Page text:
Most blogging sites today have a built-in editor with buttons to format our text. However, there is a better way to format our content to give us more control with less distraction.
These are HTML and Markdown.
Using one of these formatting methods allows you to create your posts offline while still getting your headers, quotes, and images in order. This is the best way since the site we use to access our blog may be under maintenance.
Or go down in the middle of our writing session!
Neither of the two methods are perfect, and they both have their quirks. I do not use the built-in editors that come with the various blogging sites. I find that writing my post offline using either HTML or Markdown fits my flow the best.
(and by "HTML or Markdown" I mean Markdown...)
As I write, I stick in the headers and quotes or plop a horizontal line down. All this is done without the need for me to move my fingers off my lovely Dvorak configured keyboard. Not having to move my hands to the mouse to make a heading or put a box around a block of code keeps me in 'flow.'
Anything that can knock you out of flow will.
This is the catalyst to why I formed certain habits around my writing.
Some include making sure my first draft is complete before noon, never creating a poem outside of my journal first, and taking my fingers off the home row as little as possible; that last one is the biggest when writing on a computer. There are so many distractions when writing and most of them require the use of a mouse.
Let's get into a short explanation of each method and some of the syntax used to achieve the desired formatting.
This is not meant to be comprehensive.
If these seem like too much and you like using the toolbar editor than keep using that. Do what works for you and keeps you in the flow.
This stands for Hypertext Markup Language and is used to create web pages. This allows us to make websites (slightly) more appealing. Without HTML we would only get a wall of text.
Let's go through some of the tags you can use when in a raw HTML editing mode:
To make a header in HTML, you use the 'h' tags.
<h1>text here</h1> will make a level one header that says "text here."
Do not use a level one header though since the title of your post uses it by default on most blogging platforms. If you have more than one of these, it may confuse search engines. The header tags range from one to six.
<img src="image.jpg" />
This is one of a few tags that need not to be closed off in the way we did the header tag above. You can put a link to an image inside the quotes, and it will display. However, if that image is taken down then the image on your post will fail to load that image.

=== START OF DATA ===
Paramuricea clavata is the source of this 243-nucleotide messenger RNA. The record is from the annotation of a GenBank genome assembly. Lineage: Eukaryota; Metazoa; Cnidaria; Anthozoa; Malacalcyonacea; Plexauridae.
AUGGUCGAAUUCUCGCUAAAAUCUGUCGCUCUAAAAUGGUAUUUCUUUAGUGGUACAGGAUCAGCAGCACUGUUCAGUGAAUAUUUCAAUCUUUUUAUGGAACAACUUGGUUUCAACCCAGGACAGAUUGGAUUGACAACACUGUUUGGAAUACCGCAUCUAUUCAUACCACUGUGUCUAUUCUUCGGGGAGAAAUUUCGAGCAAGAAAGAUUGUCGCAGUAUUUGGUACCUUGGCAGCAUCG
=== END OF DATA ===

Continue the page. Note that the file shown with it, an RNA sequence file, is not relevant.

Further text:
Always upload your images to your content management system (CMS) or host them someplace you control.
To create a link all you need to do is type `some text where 'URL-here' is the link and 'some text' is what you want the link to display as.
<b>text here</b> to bold.
<i>text here</i> to italicize.
<s>text here</s> to strike through.
If you wish to center something, it is best practice to add it to a parent element, but since we are often limited and do not have access to the CSS within them CMS, we can add
<center> stuff here </center>.
To center the entire post, make sure all of your content is between those tags.
Markdown's creator John Gruber made this markup language in 2004. He made this to make writing for the web easier when there is little need for the bells and whistles.
"[I made markdown] to write using an easy-to-read, easy-to-write plain text format, and optionally convert it to structurally valid XHTML (or HTML).” - John Gruber
This is my perfected way to write blog posts. As I said above, this allows me never to take my fingers off the keyboard (as does HTML). The reason I use Markdown over HTML is that the syntax is much more straightforward. This helps keep me in 'flow' as I write.
To make a header in Markdown are denoted using
#. One pound sign (hashtag...) will produce a level one size header. These go to six, and each number makes the text smaller.
The text inside the
 is what will be shown if the image fails and is called the alternative text. The link to the image you wish to display that is placed inside the
Links are very similar to images. In fact, they are the same you only remove the
[some text](link to site) is what you will type when adding a link.
**text here** to bold.
*text here* to italicize.
~~text here~~ to strike through.
There is no way to center text or images natively within Markdown. This is not a huge deal for me since I think keeping the reader left aligned when reading English is important.
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